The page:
The trip to the river took three days. It wasn't that their pace was particularly slow. At least, it felt fairly sprightly to Hawkeye, during those periods that they walked. But they hid regularly -- from planes, NK patrols, even common villagers. Rural as much of the land was, there were still enough folks that it seemed they spent two hours hiding for every hour of forward progress. Hawkeye used these rest breaks to marshal his strength and sleep if he could. He still had a peculiar watery feeling in his joints that suggested his fever would happily return if he gave it an opportunity. But he was going home, and he couldn't afford to be sick. Whenever the word came to move out, he dragged his protesting body off the ground and headed down the next section of trail.
It was now deep twilight of the third day. Hawkeye sat on the side of a levee, following the negotiations between the older of his two escorts and the owner of a battered, 20-foot sampan that bobbed forlornly in the irrigation ditch. There was much quiet dickering back and forth. Hawkeye massaged his thigh. Travel had strained it and the stitches were tearing, but there wasn't a lot he could do about it. His arm was faring better, being spared some of the strain. He'd been so long used to the complaints from his ribs that he'd learned to ignore them. However the walk, being mostly downhill toward the sea, wasn't nearly as stressful as their original uphill flight had been. Hawkeye was relieved to see the boat. Maybe now he could rest.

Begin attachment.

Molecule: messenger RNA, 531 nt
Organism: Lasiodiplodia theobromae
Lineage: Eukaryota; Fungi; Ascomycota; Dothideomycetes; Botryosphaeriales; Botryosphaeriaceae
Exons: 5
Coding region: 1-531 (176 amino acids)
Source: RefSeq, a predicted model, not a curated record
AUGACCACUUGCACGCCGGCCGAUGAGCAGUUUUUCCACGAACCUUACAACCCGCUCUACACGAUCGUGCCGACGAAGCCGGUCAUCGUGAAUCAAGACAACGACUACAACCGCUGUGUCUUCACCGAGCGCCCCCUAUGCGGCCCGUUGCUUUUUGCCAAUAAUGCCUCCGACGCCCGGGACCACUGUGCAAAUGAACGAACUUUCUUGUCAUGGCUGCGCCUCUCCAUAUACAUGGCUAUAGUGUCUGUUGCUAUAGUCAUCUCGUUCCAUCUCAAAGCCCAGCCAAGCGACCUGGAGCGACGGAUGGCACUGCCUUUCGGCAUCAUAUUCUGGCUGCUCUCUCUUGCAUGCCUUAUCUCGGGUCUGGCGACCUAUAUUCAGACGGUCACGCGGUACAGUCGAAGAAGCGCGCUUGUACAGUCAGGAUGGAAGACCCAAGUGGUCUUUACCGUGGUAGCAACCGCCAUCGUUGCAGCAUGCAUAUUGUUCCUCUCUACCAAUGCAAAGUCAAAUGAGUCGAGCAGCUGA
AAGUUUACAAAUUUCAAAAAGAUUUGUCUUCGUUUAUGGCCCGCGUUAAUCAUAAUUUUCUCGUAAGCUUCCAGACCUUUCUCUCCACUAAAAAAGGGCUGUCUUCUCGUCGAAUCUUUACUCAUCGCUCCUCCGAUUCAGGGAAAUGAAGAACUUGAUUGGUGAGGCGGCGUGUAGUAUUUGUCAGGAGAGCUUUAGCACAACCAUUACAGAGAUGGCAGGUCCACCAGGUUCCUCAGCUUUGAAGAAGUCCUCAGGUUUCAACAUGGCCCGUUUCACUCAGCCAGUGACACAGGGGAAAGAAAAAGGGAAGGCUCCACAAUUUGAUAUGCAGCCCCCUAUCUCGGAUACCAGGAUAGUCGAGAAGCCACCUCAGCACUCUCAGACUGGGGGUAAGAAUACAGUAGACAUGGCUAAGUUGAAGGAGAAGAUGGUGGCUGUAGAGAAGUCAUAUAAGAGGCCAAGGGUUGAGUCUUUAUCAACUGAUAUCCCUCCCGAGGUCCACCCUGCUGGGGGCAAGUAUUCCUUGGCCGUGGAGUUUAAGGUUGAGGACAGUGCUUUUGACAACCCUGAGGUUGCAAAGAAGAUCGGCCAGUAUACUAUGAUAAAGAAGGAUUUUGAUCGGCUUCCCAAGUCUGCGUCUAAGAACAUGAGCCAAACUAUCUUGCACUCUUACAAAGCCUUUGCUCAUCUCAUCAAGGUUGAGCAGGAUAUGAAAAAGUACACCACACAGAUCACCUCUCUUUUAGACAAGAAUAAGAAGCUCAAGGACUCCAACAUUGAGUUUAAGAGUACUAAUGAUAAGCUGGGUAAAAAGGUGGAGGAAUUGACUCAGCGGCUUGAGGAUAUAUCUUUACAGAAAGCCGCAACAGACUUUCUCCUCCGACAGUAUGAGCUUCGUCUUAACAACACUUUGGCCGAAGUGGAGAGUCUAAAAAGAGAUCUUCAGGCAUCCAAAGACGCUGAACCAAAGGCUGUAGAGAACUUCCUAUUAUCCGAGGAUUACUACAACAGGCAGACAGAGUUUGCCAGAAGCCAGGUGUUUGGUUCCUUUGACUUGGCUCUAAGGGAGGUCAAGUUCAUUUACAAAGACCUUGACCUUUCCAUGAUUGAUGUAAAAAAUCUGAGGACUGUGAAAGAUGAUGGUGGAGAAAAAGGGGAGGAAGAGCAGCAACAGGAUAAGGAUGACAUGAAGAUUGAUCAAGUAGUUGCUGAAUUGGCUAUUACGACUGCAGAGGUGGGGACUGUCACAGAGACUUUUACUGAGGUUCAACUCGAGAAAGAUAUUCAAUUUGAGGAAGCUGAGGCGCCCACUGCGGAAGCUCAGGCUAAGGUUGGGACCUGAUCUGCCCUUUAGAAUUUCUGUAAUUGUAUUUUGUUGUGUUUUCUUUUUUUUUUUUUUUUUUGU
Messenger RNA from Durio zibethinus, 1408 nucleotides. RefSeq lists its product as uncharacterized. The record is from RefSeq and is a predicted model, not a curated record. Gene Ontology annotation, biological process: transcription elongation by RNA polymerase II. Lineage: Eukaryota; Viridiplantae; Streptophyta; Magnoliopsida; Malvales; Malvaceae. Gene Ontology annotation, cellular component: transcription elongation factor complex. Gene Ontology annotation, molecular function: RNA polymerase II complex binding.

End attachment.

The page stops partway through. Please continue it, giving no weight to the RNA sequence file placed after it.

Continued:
Darkness fell, and still the men talked. It was warm enough for mosquitoes, and Hawkeye spent most of his time swatting them as he waited. He thought about supper, but his gift of millet meal was all but gone. He decided to save the remainder for the boat trip, assuming that he ever got permission to come aboard.
A fat, lopsided moon, very yellow, lifted itself over the horizon to his left. There was nothing in this river valley but war-ravaged plain. From the toy man's map Hawkeye guessed that they had passed through the region near Kaesong. He'd occasionally glimpsed towns between the irrigation ditches in which they hid. Everything had been bombed flat. Spring was returning to the fields, but the towns were dark, charred, and empty. No building worth the name had been left standing. It was a sobering sight, not made any warmer by the presence of that spectral moon rising over the blasted landscape.